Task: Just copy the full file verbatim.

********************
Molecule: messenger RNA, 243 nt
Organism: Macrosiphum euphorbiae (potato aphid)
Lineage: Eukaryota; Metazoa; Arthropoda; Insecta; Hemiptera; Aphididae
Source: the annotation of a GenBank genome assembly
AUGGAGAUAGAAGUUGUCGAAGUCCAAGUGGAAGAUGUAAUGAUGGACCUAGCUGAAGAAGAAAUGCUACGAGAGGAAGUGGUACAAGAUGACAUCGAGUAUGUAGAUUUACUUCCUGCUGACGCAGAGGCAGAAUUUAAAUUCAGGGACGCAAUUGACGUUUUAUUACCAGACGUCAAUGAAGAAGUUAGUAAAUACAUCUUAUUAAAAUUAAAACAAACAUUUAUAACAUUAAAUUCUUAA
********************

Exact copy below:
Molecule: messenger RNA, 243 nt
Organism: Macrosiphum euphorbiae (potato aphid)
Lineage: Eukaryota; Metazoa; Arthropoda; Insecta; Hemiptera; Aphididae
Source: the annotation of a GenBank genome assembly
AUGGAGAUAGAAGUUGUCGAAGUCCAAGUGGAAGAUGUAAUGAUGGACCUAGCUGAAGAAGAAAUGCUACGAGAGGAAGUGGUACAAGAUGACAUCGAGUAUGUAGAUUUACUUCCUGCUGACGCAGAGGCAGAAUUUAAAUUCAGGGACGCAAUUGACGUUUUAUUACCAGACGUCAAUGAAGAAGUUAGUAAAUACAUCUUAUUAAAAUUAAAACAAACAUUUAUAACAUUAAAUUCUUAA